72. 72.
    Felson D, Zhang Y, Hannan MT, Naimark A, Weissman B, Aliabadi P, Levy D. Risk factors for incident radiographic knee osteoarthritis in the elderly: the Framingham Study. Arthritis Rheum. 1997;40:728–33.PubMedCrossRefGoogle Scholar
  73. 73.
    Brennan SL, Lane SE, Lorimer M, Buchbinder R, Wluka AE, Page RS, Osborne RH, Pasco JA, Sanders KM, Cashman K, Ebeling PR, Graves SE. Associations between socioeconomic status and primary total knee joint replacements performed for osteoarthritis across Australia 2003-10: data from the Australian Orthopaedic Association National Joint Replacement Registry. BMC Musculoskelet Disord. 2014;15:356.PubMedPubMedCentralCrossRefGoogle Scholar
  74. 74.
    Roos EM, Arden NK. Strategies for the prevention of knee osteoarthritis. Nat Rev Rheumatol. 2016;12:92–101.PubMedCrossRefGoogle Scholar
  75. 75.
    Cameron KL, Hsiao MS, Owens BD, Burks R, Svoboda SJ. Incidence of physician-diagnosed osteoarthritis among active duty United States military service members. Arthritis Rheum. 2011;63:2974–82.PubMedCrossRefGoogle Scholar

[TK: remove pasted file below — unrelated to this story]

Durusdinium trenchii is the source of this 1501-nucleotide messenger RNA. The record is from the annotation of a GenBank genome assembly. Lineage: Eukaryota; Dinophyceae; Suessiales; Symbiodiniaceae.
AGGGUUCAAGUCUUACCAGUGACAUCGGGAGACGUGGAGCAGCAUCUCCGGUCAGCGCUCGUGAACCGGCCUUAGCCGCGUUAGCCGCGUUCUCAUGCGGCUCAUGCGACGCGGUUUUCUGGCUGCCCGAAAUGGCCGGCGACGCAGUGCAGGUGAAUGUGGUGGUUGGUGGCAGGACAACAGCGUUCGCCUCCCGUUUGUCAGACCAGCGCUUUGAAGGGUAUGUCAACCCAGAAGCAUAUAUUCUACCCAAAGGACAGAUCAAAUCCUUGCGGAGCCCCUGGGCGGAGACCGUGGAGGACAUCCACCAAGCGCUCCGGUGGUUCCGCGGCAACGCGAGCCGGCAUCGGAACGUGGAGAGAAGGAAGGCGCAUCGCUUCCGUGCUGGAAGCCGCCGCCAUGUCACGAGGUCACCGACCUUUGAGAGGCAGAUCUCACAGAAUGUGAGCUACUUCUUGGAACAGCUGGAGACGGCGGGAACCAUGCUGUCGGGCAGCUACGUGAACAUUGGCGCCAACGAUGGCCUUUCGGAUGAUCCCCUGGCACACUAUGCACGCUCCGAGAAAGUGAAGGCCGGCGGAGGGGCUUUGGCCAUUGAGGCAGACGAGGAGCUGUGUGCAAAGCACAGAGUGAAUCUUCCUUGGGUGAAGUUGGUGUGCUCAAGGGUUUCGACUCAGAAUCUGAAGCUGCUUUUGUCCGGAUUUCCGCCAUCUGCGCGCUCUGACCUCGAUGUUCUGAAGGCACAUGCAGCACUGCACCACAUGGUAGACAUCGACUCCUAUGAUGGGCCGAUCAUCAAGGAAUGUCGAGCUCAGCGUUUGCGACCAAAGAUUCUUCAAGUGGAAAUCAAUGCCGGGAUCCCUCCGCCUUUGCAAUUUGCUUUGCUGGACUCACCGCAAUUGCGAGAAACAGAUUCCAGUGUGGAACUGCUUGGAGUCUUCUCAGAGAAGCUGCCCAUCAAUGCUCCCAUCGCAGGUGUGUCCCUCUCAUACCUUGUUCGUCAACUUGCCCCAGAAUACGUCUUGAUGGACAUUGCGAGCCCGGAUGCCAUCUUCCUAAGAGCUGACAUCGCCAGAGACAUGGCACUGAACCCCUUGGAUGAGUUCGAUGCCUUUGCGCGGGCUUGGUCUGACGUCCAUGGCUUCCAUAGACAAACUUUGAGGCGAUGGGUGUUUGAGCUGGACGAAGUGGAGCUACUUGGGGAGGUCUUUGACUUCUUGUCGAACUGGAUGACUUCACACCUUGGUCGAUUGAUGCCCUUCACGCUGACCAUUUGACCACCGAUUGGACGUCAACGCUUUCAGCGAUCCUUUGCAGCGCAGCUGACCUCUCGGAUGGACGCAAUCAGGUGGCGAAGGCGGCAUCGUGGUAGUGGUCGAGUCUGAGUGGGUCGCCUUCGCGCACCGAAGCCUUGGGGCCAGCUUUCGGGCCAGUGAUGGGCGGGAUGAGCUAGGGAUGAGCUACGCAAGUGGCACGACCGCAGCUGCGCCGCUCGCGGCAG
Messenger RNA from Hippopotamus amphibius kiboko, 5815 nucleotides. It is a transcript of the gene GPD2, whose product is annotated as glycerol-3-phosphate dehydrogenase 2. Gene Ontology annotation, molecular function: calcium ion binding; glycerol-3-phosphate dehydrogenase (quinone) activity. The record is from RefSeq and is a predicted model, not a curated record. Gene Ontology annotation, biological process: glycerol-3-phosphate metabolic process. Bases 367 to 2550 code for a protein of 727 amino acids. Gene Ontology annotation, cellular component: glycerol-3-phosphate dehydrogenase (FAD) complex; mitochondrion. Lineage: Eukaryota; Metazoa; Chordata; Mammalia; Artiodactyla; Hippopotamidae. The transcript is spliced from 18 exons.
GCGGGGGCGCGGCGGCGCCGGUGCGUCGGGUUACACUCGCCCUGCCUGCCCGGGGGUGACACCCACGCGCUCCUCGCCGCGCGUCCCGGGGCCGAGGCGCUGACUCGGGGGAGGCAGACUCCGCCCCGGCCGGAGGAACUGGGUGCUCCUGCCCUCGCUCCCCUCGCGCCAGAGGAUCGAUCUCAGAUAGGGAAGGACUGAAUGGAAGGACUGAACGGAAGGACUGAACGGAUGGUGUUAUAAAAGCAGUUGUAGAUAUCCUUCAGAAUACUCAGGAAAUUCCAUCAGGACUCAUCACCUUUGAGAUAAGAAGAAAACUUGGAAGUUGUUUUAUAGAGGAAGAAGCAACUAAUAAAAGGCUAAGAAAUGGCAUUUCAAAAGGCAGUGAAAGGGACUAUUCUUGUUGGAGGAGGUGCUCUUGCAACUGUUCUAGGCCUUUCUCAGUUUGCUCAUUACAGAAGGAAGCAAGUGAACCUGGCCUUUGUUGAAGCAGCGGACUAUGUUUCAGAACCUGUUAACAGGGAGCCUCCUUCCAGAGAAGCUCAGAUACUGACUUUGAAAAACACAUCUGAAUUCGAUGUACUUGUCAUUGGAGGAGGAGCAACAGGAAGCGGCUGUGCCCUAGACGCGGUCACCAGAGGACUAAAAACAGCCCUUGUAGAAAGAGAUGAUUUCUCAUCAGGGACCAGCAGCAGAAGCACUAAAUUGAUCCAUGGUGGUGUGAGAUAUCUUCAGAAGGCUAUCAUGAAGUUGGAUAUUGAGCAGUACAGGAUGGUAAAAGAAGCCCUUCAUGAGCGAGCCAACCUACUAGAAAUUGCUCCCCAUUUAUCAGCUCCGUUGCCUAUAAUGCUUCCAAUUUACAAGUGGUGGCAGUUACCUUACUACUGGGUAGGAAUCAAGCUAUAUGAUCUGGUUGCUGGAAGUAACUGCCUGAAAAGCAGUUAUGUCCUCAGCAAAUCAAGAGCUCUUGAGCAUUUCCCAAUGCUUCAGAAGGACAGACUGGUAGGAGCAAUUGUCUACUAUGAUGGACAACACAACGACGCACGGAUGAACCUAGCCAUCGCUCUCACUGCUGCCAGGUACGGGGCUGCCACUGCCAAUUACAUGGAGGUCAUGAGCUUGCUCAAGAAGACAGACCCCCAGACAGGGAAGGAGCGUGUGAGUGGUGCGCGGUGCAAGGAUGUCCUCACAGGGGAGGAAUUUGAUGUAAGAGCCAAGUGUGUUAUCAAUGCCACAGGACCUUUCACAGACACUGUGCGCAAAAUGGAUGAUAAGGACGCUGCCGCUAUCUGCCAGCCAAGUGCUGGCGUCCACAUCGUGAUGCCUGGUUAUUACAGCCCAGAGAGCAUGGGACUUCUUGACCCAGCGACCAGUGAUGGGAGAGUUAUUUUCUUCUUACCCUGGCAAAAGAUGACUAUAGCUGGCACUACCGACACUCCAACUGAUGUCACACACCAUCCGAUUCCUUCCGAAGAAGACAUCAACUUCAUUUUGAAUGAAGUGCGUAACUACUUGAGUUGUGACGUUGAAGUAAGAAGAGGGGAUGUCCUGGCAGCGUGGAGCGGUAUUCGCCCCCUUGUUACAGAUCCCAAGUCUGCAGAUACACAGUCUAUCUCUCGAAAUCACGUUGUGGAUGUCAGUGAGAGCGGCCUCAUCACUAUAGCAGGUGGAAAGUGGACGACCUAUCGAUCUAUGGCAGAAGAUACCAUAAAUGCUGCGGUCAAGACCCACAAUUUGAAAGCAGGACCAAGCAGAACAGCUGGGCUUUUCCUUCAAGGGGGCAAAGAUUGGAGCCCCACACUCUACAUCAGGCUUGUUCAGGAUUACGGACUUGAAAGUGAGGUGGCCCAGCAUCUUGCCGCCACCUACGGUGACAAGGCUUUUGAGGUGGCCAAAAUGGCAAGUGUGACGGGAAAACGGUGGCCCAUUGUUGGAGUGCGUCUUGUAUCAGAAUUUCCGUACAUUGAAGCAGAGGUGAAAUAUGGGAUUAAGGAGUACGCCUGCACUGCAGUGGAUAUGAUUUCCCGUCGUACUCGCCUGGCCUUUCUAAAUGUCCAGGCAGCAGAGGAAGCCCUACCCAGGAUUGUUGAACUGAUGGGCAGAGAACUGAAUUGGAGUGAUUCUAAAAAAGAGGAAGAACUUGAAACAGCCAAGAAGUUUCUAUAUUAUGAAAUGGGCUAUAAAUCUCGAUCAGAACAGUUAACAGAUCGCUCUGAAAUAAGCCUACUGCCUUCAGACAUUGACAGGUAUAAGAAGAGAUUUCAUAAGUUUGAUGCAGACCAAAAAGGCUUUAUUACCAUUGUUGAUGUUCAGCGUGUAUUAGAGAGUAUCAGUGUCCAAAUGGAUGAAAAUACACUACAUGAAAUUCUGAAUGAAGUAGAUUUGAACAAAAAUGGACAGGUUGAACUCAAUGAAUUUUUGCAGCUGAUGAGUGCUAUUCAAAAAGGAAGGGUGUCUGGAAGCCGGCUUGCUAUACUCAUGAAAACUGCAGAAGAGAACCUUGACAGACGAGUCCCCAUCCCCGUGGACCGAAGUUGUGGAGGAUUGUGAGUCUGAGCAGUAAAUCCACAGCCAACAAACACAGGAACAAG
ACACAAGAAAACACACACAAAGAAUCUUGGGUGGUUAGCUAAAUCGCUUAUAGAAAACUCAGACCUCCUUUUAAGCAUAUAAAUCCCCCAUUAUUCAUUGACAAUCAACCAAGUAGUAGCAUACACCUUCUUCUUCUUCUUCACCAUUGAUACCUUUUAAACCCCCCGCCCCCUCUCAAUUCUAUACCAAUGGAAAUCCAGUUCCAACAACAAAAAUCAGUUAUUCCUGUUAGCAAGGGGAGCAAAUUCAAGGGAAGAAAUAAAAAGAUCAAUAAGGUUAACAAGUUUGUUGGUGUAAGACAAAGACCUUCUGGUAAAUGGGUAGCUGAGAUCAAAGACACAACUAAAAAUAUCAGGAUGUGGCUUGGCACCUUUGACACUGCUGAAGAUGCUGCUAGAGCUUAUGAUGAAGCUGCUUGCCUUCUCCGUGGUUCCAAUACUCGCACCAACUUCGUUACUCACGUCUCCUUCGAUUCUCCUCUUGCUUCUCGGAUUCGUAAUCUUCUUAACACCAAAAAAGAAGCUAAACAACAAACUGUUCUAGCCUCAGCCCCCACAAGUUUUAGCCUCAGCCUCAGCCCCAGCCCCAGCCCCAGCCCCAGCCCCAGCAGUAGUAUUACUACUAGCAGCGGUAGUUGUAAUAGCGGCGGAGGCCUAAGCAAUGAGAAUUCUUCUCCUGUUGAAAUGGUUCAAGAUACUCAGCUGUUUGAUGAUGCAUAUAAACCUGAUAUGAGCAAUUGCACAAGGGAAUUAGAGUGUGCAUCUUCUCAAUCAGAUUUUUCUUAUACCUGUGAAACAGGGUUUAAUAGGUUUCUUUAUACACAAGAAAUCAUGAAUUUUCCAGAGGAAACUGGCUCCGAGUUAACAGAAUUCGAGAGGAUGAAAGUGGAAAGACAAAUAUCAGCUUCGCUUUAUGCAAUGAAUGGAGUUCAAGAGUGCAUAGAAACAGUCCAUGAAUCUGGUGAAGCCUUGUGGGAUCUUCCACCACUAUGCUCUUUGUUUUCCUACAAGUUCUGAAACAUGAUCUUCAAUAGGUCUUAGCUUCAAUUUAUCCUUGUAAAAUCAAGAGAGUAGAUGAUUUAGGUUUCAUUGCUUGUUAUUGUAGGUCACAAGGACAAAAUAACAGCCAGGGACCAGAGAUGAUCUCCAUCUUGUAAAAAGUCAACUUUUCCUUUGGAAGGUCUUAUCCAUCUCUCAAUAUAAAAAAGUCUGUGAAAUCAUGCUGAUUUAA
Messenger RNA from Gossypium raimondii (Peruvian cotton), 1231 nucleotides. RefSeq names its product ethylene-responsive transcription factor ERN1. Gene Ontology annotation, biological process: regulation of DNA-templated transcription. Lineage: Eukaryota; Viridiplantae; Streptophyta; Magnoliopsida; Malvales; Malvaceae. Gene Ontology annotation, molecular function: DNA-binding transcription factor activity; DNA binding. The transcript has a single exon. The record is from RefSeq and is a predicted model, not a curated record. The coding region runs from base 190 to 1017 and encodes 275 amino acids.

76. 76.
    Ackerman IN, Kemp JL, Crossley KM, Culvenor AG, Hinman RS. Hip and knee osteoarthritis affects younger people too. J Orthop Sports Phys Ther. 2017;47(2):67–79.PubMedCrossRefGoogle Scholar
  77. 77.
    Ackerman IN, Bucknill A, Page RS, Broughton NS, Roberts C, Cavka B, et al. The substantial personal burden experienced by younger people with hip or knee osteoarthritis. Osteoarthr Cart. 2015;23(8):1276–84.CrossRefGoogle Scholar
  78. 78.
    Valderrabano V, Steiger C. Treatment and prevention of osteoarthritis through exercise and sports. J Aging Res. 2011;2011:1–6. Article ID 374653CrossRefGoogle Scholar
  79. 79.
    Jones RK, Chapman GJ, Findlow AH, Forsythe L, Parkes MJ, Sultan J, Felson DT. A new approach to prevention of knee osteoarthritis: reducing medial load in the contralateral knee. J Rheumatol. 2013;40(3):309–15.PubMedCrossRefGoogle Scholar
  80. 80.
    Bhatia D, Bejarano T, Novo M. Current interventions in the management of knee osteoarthritis. J Pharm Bioallied Sci. 2013;5(1):30–8.PubMedPubMedCentralCrossRefGoogle Scholar
  81. 81.
    Timmins KA, Leech RD, Batt ME, Edwards KL. Running and knee osteoarthritis: a systematic review and meta-analysis. Am J Sports Med. 2017;45(6):1447–57.PubMedCrossRefPubMedCentralGoogle Scholar
  82. 82.
    Cooney JK, Law RJ, Matschke V, Lemmey AB, Moore JP, Ahmad Y, Jones JG, Maddison P, Thom JM. Benefits of exercise in rheumatoid arthritis. J Aging Res. 2011;2011:1–14. Article ID 681640CrossRefGoogle Scholar
  83. 83.
    Hendry M, Williams NH, Markland D, Wilkinson C, Maddison P. Why should we exercise when our knees hurt? A qualitative study of primary care patients with osteoarthritis of the knee. Fam Pract. 2006;23(5):558–67.PubMedCrossRefPubMedCentralGoogle Scholar